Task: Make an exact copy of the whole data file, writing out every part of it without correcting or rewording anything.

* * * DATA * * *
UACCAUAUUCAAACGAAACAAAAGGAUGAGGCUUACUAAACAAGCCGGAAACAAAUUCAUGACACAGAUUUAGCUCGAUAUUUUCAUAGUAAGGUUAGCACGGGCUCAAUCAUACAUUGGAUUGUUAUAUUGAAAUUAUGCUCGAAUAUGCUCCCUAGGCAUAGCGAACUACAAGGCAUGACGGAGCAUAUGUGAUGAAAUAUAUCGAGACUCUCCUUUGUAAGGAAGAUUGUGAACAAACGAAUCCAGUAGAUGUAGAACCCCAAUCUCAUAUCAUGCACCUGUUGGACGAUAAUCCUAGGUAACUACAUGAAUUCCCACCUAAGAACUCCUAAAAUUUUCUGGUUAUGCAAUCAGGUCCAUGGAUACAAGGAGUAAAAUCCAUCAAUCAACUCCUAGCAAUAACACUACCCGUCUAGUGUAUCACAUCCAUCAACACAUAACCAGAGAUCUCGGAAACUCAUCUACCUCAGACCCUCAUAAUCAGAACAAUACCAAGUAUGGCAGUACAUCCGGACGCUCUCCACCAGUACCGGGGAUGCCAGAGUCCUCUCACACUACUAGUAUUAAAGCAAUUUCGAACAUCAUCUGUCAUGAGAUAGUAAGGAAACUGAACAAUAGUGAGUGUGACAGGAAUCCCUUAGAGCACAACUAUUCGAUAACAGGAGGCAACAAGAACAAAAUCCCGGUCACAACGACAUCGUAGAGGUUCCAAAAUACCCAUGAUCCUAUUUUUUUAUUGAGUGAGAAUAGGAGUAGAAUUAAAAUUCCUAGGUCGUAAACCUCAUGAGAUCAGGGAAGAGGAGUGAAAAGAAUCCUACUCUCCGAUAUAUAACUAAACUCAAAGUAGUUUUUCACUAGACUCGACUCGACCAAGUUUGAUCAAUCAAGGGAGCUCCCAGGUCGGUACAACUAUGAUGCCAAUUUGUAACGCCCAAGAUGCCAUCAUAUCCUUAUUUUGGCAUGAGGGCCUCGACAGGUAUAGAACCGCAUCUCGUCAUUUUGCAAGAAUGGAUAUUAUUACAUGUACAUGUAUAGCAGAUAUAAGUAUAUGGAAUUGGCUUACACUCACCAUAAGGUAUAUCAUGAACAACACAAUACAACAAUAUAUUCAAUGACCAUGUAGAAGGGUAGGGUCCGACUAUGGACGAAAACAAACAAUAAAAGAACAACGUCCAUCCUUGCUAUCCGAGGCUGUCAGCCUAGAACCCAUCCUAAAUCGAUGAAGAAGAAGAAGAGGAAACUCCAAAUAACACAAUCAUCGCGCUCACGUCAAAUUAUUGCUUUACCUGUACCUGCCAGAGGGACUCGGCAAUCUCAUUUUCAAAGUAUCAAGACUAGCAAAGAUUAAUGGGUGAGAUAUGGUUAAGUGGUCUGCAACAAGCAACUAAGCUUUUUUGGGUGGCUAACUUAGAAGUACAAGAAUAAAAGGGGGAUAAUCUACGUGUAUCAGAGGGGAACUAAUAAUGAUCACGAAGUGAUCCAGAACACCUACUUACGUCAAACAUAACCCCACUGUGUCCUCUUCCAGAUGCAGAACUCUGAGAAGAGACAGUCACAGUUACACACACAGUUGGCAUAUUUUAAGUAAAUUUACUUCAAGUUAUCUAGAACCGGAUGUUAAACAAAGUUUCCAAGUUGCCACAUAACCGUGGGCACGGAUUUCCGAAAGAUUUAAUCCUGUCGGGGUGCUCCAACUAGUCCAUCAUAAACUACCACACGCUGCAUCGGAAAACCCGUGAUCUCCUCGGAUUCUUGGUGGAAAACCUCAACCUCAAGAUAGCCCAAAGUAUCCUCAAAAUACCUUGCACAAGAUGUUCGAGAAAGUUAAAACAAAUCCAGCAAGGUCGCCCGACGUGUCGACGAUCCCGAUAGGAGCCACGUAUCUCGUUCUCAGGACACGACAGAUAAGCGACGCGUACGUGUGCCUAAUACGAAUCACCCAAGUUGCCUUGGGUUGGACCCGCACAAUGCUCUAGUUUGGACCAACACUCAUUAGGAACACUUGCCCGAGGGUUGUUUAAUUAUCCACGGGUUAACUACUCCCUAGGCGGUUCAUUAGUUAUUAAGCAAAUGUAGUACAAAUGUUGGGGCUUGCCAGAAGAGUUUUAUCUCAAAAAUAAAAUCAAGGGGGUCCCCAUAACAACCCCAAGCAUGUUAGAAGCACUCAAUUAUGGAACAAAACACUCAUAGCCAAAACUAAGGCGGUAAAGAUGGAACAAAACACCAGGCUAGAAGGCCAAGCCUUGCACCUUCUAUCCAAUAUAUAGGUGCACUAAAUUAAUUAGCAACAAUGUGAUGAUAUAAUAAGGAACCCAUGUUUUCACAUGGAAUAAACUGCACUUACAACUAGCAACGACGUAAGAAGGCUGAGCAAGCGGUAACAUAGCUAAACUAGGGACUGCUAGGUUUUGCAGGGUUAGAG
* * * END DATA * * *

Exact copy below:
UACCAUAUUCAAACGAAACAAAAGGAUGAGGCUUACUAAACAAGCCGGAAACAAAUUCAUGACACAGAUUUAGCUCGAUAUUUUCAUAGUAAGGUUAGCACGGGCUCAAUCAUACAUUGGAUUGUUAUAUUGAAAUUAUGCUCGAAUAUGCUCCCUAGGCAUAGCGAACUACAAGGCAUGACGGAGCAUAUGUGAUGAAAUAUAUCGAGACUCUCCUUUGUAAGGAAGAUUGUGAACAAACGAAUCCAGUAGAUGUAGAACCCCAAUCUCAUAUCAUGCACCUGUUGGACGAUAAUCCUAGGUAACUACAUGAAUUCCCACCUAAGAACUCCUAAAAUUUUCUGGUUAUGCAAUCAGGUCCAUGGAUACAAGGAGUAAAAUCCAUCAAUCAACUCCUAGCAAUAACACUACCCGUCUAGUGUAUCACAUCCAUCAACACAUAACCAGAGAUCUCGGAAACUCAUCUACCUCAGACCCUCAUAAUCAGAACAAUACCAAGUAUGGCAGUACAUCCGGACGCUCUCCACCAGUACCGGGGAUGCCAGAGUCCUCUCACACUACUAGUAUUAAAGCAAUUUCGAACAUCAUCUGUCAUGAGAUAGUAAGGAAACUGAACAAUAGUGAGUGUGACAGGAAUCCCUUAGAGCACAACUAUUCGAUAACAGGAGGCAACAAGAACAAAAUCCCGGUCACAACGACAUCGUAGAGGUUCCAAAAUACCCAUGAUCCUAUUUUUUUAUUGAGUGAGAAUAGGAGUAGAAUUAAAAUUCCUAGGUCGUAAACCUCAUGAGAUCAGGGAAGAGGAGUGAAAAGAAUCCUACUCUCCGAUAUAUAACUAAACUCAAAGUAGUUUUUCACUAGACUCGACUCGACCAAGUUUGAUCAAUCAAGGGAGCUCCCAGGUCGGUACAACUAUGAUGCCAAUUUGUAACGCCCAAGAUGCCAUCAUAUCCUUAUUUUGGCAUGAGGGCCUCGACAGGUAUAGAACCGCAUCUCGUCAUUUUGCAAGAAUGGAUAUUAUUACAUGUACAUGUAUAGCAGAUAUAAGUAUAUGGAAUUGGCUUACACUCACCAUAAGGUAUAUCAUGAACAACACAAUACAACAAUAUAUUCAAUGACCAUGUAGAAGGGUAGGGUCCGACUAUGGACGAAAACAAACAAUAAAAGAACAACGUCCAUCCUUGCUAUCCGAGGCUGUCAGCCUAGAACCCAUCCUAAAUCGAUGAAGAAGAAGAAGAGGAAACUCCAAAUAACACAAUCAUCGCGCUCACGUCAAAUUAUUGCUUUACCUGUACCUGCCAGAGGGACUCGGCAAUCUCAUUUUCAAAGUAUCAAGACUAGCAAAGAUUAAUGGGUGAGAUAUGGUUAAGUGGUCUGCAACAAGCAACUAAGCUUUUUUGGGUGGCUAACUUAGAAGUACAAGAAUAAAAGGGGGAUAAUCUACGUGUAUCAGAGGGGAACUAAUAAUGAUCACGAAGUGAUCCAGAACACCUACUUACGUCAAACAUAACCCCACUGUGUCCUCUUCCAGAUGCAGAACUCUGAGAAGAGACAGUCACAGUUACACACACAGUUGGCAUAUUUUAAGUAAAUUUACUUCAAGUUAUCUAGAACCGGAUGUUAAACAAAGUUUCCAAGUUGCCACAUAACCGUGGGCACGGAUUUCCGAAAGAUUUAAUCCUGUCGGGGUGCUCCAACUAGUCCAUCAUAAACUACCACACGCUGCAUCGGAAAACCCGUGAUCUCCUCGGAUUCUUGGUGGAAAACCUCAACCUCAAGAUAGCCCAAAGUAUCCUCAAAAUACCUUGCACAAGAUGUUCGAGAAAGUUAAAACAAAUCCAGCAAGGUCGCCCGACGUGUCGACGAUCCCGAUAGGAGCCACGUAUCUCGUUCUCAGGACACGACAGAUAAGCGACGCGUACGUGUGCCUAAUACGAAUCACCCAAGUUGCCUUGGGUUGGACCCGCACAAUGCUCUAGUUUGGACCAACACUCAUUAGGAACACUUGCCCGAGGGUUGUUUAAUUAUCCACGGGUUAACUACUCCCUAGGCGGUUCAUUAGUUAUUAAGCAAAUGUAGUACAAAUGUUGGGGCUUGCCAGAAGAGUUUUAUCUCAAAAAUAAAAUCAAGGGGGUCCCCAUAACAACCCCAAGCAUGUUAGAAGCACUCAAUUAUGGAACAAAACACUCAUAGCCAAAACUAAGGCGGUAAAGAUGGAACAAAACACCAGGCUAGAAGGCCAAGCCUUGCACCUUCUAUCCAAUAUAUAGGUGCACUAAAUUAAUUAGCAACAAUGUGAUGAUAUAAUAAGGAACCCAUGUUUUCACAUGGAAUAAACUGCACUUACAACUAGCAACGACGUAAGAAGGCUGAGCAAGCGGUAACAUAGCUAAACUAGGGACUGCUAGGUUUUGCAGGGUUAGAG